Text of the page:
AUSTIN, Texas — Movie audiences can experience one of America’s most decorated battles of the ongoing war in Afghanistan as “The Outpost,” a veteran-directed film on the 2009 Battle of Kamdesh, hits theaters and on-demand streaming services July 3.

The battle occurred Oct. 3, 2009, when more than 300 Taliban fighters attacked Combat Outpost Keating in a remote valley outside of Kamdesh. Outnumbered, about 50 soldiers from Bravo Troop, 3rd Squadron, 61st Cavalry Regiment, fought for 12 hours as the enemy breached the walls of the outpost until reinforcements arrived. In the end, eight soldiers died and 27 were injured.

There were feats of heroism as well. Then-Spc. Ty Carter and Staff Sgt. Clinton Romesha received the Medal of Honor and nine others were awarded the Silver Star. Nearly two dozen more received the Bronze Star and 27 received Purple Heart medals.

“This battle was won as a result of very strong leadership on the ground and very strong character embedded into these men,” said Rod Lurie, director of “The Outpost,” and 1984 graduate of the U.S. Military Academy at West Point, N.Y. “The leadership at the ground level, in the captains and below, was absolutely extraordinary.”

Lurie, who directed “The Last Castle” and “Straw Dogs,” said he is energized by movies of leadership, character and principle, and was immediately drawn to that element of the battle.

“In this particular battle, their only mission was to survive. The mission of the base eventually became just stay alive. That is how it ended,” he said. “Eight men died in this battle, but 46 survived and it was due to the leadership, but also the fact that every man died trying to save another man.

“We learn much more about ourselves by what we are willing to die for as opposed to what we are willing to kill for. That is a lesson that I really learned as I was making this film,” he said.

To re-create the terrain of COP Keating — in a lush, jungle-like valley surrounded by steep mountains near the Pakistan border — Lurie found a quarry in Bulgaria where he rebuilt the base. Veterans of the battle helped bring their experiences to life, including Carter, who left the Army as a staff sergeant in 2014.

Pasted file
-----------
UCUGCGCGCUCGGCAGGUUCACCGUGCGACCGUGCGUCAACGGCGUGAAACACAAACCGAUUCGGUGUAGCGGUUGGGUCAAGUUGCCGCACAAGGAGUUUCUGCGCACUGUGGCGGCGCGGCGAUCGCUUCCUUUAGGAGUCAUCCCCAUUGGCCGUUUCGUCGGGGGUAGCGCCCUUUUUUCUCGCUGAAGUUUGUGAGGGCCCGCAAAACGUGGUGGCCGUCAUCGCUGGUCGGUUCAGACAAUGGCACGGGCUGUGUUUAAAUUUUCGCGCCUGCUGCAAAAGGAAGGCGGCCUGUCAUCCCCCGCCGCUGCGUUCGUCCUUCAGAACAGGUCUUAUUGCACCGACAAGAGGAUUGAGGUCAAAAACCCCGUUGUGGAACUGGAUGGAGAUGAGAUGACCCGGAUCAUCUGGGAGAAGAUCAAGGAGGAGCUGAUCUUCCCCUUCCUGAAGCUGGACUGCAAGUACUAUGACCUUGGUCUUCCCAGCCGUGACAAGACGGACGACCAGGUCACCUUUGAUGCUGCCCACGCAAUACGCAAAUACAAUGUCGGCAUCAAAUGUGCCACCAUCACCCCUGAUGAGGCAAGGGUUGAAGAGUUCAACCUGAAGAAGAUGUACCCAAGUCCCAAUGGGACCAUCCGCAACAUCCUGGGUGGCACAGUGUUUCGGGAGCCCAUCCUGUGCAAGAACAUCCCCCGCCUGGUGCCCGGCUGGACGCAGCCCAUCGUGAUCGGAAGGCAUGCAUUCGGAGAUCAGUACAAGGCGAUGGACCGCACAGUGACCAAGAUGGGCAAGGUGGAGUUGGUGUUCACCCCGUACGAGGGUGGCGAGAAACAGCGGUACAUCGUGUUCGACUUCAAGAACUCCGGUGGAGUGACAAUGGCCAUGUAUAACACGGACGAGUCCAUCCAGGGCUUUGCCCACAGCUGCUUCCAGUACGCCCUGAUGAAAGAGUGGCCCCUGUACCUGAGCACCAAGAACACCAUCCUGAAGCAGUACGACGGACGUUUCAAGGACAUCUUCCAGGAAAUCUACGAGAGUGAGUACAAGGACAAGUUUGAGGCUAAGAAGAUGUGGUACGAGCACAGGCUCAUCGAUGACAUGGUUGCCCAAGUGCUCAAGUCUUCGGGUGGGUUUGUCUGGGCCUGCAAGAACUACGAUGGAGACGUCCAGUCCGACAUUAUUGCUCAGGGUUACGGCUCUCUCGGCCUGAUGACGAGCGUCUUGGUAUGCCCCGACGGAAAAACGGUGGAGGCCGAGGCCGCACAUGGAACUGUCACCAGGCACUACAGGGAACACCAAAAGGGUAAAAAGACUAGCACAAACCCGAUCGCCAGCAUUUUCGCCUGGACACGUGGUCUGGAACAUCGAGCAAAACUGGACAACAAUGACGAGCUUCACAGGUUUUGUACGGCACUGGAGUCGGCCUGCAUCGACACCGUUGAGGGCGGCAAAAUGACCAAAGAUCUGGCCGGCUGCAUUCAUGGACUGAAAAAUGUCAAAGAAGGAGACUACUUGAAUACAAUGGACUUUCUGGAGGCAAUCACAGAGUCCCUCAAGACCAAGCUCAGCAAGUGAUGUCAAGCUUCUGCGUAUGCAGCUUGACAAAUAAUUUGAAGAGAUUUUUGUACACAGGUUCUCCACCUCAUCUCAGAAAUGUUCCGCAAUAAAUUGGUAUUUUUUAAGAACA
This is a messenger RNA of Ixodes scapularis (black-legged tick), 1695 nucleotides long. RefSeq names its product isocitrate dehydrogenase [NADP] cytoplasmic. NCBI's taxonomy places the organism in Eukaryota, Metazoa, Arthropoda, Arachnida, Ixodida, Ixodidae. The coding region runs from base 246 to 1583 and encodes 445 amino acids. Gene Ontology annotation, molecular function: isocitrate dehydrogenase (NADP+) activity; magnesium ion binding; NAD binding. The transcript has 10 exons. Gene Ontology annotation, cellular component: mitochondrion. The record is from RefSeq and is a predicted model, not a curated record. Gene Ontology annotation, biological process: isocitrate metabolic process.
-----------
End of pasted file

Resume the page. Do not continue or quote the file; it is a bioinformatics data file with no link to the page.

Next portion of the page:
“It did bring back a lot of memories. There was an off-putting eerie feeling,” Carter said of the set. He served as a military adviser and co-producer. “A couple times I got emotional just watching or seeing the replay on the screen.”

Though Carter has a small acting role in the film, his actions in battle are portrayed on screen by actor Caleb Landry Jones. Romesha, fellow Medal of Honor recipient, is portrayed by Scott Eastwood.

In a way, Carter said seeing the filming was a form of therapy. “You watch somebody else do it over and over again, it removes the anxiety,” he said.

Fellow veterans of COP Keating Stoney Portis, Christopher Cordova, Daniel Rodriguez and Henry Hughes also spent time on set, Lurie said. Hughes was a co-producer and actor in the film, portraying Brad Larson. Rodriguez portrays himself in the movie. During the battle he was in the mortar pit when Pfc. Kevin Thomson died — the first of eight deaths.

“He had to recreate the death of his best friend for us to watch,” Lurie said.

There is no shying from death — or its impact on survivors — to re-create such a bloody battle. That challenge nearly caused Lurie to walk away from the project after his 27-year-old son, Hunter Lurie, died suddenly of a blood clot in 2018. The movie is dedicated to him in the closing credits.

“I didn’t know if I would be able to make the film,” he said, noting the closeness in age of his son and the men who died at COP Keating. Most of them have surviving family members who continue to grieve the loss. “What I did know is how to film their deaths because if somebody were to make a movie about the death of my son, I wouldn’t want to have sweet music. I wouldn’t want to have it glamorized. I would just want the world to see exactly how he died with the precise fanfare in which he died, because that would be the most respectful thing.”